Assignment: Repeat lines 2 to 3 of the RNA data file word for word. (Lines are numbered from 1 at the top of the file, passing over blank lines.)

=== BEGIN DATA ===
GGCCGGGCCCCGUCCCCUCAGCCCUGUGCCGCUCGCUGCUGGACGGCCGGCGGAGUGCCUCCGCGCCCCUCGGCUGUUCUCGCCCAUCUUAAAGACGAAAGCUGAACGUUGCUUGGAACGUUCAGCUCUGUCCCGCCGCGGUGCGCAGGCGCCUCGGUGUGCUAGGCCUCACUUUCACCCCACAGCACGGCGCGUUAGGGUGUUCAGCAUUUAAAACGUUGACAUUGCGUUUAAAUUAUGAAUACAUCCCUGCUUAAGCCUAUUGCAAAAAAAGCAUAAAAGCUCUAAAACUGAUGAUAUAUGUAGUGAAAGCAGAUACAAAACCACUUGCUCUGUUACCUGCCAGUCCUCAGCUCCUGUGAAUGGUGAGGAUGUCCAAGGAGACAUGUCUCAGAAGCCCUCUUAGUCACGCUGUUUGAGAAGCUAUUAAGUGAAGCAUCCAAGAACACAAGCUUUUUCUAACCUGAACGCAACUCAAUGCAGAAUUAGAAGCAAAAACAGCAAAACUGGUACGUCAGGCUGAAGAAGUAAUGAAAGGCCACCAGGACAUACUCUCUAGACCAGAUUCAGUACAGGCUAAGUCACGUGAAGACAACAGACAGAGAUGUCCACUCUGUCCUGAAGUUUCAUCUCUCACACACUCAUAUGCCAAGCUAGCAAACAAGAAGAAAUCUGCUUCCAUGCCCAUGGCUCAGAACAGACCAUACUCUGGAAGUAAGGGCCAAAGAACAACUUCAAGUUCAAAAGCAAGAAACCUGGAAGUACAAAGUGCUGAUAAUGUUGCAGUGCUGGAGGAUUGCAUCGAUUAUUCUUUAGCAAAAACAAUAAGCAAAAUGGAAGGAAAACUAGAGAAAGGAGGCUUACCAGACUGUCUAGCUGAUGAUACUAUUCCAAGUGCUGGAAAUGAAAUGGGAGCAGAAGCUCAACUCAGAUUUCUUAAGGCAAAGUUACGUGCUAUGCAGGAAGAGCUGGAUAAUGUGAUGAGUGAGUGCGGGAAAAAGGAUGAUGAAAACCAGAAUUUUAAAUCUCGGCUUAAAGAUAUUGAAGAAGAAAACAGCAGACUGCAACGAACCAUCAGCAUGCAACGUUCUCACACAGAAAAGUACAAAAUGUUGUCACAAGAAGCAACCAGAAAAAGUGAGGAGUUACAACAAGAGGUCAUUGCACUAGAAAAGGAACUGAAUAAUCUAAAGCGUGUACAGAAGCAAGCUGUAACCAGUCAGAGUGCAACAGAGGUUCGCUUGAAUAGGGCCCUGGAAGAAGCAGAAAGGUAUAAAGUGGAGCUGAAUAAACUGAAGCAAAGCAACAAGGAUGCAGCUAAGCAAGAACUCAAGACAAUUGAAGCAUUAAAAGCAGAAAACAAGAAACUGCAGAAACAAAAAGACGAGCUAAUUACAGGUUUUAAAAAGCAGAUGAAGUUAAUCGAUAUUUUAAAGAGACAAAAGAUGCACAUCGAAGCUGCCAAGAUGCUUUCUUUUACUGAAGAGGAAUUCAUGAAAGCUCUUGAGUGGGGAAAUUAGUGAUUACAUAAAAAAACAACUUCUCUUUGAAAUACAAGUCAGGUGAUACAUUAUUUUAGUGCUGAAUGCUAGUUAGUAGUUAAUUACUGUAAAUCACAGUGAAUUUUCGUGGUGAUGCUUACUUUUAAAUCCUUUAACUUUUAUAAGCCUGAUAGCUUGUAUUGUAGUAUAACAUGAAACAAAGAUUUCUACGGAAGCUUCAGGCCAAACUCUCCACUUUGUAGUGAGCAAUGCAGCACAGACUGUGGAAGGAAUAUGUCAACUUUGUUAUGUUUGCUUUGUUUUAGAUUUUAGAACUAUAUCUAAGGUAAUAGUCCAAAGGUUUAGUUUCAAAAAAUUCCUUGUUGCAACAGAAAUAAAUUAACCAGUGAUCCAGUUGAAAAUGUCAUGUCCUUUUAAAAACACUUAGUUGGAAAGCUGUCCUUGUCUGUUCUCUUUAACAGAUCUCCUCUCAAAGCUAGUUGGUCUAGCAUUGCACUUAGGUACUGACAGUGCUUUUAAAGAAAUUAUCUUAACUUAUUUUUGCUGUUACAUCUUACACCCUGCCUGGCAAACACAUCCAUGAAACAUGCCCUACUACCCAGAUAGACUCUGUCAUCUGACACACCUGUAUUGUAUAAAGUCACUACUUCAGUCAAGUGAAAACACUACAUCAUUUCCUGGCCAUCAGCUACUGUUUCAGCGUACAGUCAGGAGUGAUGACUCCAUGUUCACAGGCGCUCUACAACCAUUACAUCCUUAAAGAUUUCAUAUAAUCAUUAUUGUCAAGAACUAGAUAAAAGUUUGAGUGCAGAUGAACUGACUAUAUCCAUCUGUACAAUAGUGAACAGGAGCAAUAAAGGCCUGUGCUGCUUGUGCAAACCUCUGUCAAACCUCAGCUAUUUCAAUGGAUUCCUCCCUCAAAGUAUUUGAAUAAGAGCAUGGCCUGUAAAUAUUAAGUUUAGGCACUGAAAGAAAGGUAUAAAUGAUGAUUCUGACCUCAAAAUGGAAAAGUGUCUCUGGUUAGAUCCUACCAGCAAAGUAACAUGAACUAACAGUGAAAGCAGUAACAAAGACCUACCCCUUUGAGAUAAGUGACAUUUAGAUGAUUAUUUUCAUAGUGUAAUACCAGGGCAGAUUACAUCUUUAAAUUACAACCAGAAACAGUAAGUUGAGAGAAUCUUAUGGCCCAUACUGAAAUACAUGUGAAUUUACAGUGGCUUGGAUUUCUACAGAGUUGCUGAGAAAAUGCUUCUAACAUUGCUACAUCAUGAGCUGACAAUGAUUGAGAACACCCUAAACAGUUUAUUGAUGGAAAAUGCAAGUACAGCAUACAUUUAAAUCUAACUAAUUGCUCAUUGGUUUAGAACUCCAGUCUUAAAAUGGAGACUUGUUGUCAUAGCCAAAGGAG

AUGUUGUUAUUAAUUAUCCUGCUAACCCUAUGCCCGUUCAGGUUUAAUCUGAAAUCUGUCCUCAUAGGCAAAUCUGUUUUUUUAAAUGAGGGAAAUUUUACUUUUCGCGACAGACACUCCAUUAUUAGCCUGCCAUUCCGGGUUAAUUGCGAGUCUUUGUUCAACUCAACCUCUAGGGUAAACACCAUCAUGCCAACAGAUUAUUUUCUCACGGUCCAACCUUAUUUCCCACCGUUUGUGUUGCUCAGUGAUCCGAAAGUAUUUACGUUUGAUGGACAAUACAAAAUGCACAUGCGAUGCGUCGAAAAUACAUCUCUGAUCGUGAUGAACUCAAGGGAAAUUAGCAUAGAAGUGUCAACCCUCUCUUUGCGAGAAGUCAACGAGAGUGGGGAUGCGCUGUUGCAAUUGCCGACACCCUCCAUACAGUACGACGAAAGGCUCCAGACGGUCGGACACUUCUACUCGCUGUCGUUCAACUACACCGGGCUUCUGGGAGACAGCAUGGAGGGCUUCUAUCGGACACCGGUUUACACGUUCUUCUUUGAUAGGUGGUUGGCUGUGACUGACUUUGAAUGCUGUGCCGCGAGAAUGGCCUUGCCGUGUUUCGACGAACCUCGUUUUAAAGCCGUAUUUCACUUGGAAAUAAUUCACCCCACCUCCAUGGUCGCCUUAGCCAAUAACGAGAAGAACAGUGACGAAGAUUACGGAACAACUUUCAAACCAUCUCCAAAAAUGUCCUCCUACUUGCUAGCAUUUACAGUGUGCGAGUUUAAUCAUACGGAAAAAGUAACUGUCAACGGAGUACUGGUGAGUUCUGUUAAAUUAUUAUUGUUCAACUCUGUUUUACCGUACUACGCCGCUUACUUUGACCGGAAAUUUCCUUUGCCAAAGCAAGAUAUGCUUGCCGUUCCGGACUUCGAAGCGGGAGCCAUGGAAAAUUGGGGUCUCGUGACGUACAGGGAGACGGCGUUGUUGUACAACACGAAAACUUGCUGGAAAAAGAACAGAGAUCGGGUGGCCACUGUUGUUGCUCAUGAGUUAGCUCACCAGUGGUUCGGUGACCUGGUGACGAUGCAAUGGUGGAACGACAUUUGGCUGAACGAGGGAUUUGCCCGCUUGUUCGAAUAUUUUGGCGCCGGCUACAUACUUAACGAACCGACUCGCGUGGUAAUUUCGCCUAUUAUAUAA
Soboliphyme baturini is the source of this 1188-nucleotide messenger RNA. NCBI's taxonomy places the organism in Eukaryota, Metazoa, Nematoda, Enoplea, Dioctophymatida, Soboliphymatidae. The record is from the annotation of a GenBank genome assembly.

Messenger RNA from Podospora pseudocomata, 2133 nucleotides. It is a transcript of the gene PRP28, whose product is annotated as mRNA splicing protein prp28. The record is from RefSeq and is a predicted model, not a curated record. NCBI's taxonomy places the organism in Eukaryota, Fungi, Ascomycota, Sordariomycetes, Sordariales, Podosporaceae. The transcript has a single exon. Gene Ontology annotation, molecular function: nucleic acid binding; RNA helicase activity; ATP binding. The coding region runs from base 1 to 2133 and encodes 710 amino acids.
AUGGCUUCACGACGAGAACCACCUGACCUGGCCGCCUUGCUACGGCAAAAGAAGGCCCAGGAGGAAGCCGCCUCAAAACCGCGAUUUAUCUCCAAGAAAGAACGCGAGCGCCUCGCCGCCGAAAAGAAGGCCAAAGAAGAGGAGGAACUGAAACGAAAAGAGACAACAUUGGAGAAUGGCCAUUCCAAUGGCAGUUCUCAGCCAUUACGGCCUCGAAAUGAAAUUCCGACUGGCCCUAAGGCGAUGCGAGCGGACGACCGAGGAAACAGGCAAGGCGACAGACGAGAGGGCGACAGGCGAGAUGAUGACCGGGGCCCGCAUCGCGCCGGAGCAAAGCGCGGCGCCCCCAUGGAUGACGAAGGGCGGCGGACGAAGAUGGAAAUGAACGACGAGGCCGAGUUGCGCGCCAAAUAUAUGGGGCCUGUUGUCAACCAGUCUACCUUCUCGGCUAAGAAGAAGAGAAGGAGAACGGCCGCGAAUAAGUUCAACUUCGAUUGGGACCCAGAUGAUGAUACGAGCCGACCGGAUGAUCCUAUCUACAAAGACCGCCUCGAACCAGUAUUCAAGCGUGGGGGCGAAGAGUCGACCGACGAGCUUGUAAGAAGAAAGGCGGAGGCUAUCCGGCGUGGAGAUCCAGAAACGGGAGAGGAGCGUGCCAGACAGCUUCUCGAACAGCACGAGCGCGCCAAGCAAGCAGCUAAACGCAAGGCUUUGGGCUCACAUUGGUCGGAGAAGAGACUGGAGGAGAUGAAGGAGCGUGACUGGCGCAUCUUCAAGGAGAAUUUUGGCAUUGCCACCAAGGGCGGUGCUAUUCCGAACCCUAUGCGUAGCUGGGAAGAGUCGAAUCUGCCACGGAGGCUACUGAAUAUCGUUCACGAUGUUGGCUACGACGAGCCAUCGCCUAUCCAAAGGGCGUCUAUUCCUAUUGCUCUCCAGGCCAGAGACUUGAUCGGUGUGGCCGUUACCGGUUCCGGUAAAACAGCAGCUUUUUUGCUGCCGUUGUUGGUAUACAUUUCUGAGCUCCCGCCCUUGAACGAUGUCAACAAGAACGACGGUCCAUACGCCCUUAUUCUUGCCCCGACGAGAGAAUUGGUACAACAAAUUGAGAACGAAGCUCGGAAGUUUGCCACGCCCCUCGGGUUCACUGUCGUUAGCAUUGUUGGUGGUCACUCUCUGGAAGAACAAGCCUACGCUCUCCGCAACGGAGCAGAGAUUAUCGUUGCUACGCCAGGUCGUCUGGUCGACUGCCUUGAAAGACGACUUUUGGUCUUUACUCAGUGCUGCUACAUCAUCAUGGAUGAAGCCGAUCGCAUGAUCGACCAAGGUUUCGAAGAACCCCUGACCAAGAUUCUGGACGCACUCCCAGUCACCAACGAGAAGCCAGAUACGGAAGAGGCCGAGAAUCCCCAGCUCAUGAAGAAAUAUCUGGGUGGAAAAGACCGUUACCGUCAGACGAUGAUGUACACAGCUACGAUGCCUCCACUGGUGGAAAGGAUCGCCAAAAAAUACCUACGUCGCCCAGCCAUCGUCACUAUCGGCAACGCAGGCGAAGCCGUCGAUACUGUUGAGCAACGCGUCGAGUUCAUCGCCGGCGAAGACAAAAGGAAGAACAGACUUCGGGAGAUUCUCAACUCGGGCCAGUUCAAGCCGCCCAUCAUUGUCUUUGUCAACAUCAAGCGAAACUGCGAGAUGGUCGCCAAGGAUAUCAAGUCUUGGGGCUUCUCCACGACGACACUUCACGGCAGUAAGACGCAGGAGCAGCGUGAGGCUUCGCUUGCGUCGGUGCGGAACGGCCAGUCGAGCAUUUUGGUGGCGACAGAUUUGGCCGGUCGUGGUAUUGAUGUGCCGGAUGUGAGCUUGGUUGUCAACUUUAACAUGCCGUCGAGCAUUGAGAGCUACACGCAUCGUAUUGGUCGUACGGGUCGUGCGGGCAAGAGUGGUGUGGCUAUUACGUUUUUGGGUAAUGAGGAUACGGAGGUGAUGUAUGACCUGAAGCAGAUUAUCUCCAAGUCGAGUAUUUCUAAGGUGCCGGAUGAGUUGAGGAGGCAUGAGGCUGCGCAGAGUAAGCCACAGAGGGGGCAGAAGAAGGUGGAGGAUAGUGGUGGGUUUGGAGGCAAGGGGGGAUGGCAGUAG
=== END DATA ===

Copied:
AUGUUGUUAUUAAUUAUCCUGCUAACCCUAUGCCCGUUCAGGUUUAAUCUGAAAUCUGUCCUCAUAGGCAAAUCUGUUUUUUUAAAUGAGGGAAAUUUUACUUUUCGCGACAGACACUCCAUUAUUAGCCUGCCAUUCCGGGUUAAUUGCGAGUCUUUGUUCAACUCAACCUCUAGGGUAAACACCAUCAUGCCAACAGAUUAUUUUCUCACGGUCCAACCUUAUUUCCCACCGUUUGUGUUGCUCAGUGAUCCGAAAGUAUUUACGUUUGAUGGACAAUACAAAAUGCACAUGCGAUGCGUCGAAAAUACAUCUCUGAUCGUGAUGAACUCAAGGGAAAUUAGCAUAGAAGUGUCAACCCUCUCUUUGCGAGAAGUCAACGAGAGUGGGGAUGCGCUGUUGCAAUUGCCGACACCCUCCAUACAGUACGACGAAAGGCUCCAGACGGUCGGACACUUCUACUCGCUGUCGUUCAACUACACCGGGCUUCUGGGAGACAGCAUGGAGGGCUUCUAUCGGACACCGGUUUACACGUUCUUCUUUGAUAGGUGGUUGGCUGUGACUGACUUUGAAUGCUGUGCCGCGAGAAUGGCCUUGCCGUGUUUCGACGAACCUCGUUUUAAAGCCGUAUUUCACUUGGAAAUAAUUCACCCCACCUCCAUGGUCGCCUUAGCCAAUAACGAGAAGAACAGUGACGAAGAUUACGGAACAACUUUCAAACCAUCUCCAAAAAUGUCCUCCUACUUGCUAGCAUUUACAGUGUGCGAGUUUAAUCAUACGGAAAAAGUAACUGUCAACGGAGUACUGGUGAGUUCUGUUAAAUUAUUAUUGUUCAACUCUGUUUUACCGUACUACGCCGCUUACUUUGACCGGAAAUUUCCUUUGCCAAAGCAAGAUAUGCUUGCCGUUCCGGACUUCGAAGCGGGAGCCAUGGAAAAUUGGGGUCUCGUGACGUACAGGGAGACGGCGUUGUUGUACAACACGAAAACUUGCUGGAAAAAGAACAGAGAUCGGGUGGCCACUGUUGUUGCUCAUGAGUUAGCUCACCAGUGGUUCGGUGACCUGGUGACGAUGCAAUGGUGGAACGACAUUUGGCUGAACGAGGGAUUUGCCCGCUUGUUCGAAUAUUUUGGCGCCGGCUACAUACUUAACGAACCGACUCGCGUGGUAAUUUCGCCUAUUAUAUAA
Soboliphyme baturini is the source of this 1188-nucleotide messenger RNA. NCBI's taxonomy places the organism in Eukaryota, Metazoa, Nematoda, Enoplea, Dioctophymatida, Soboliphymatidae. The record is from the annotation of a GenBank genome assembly.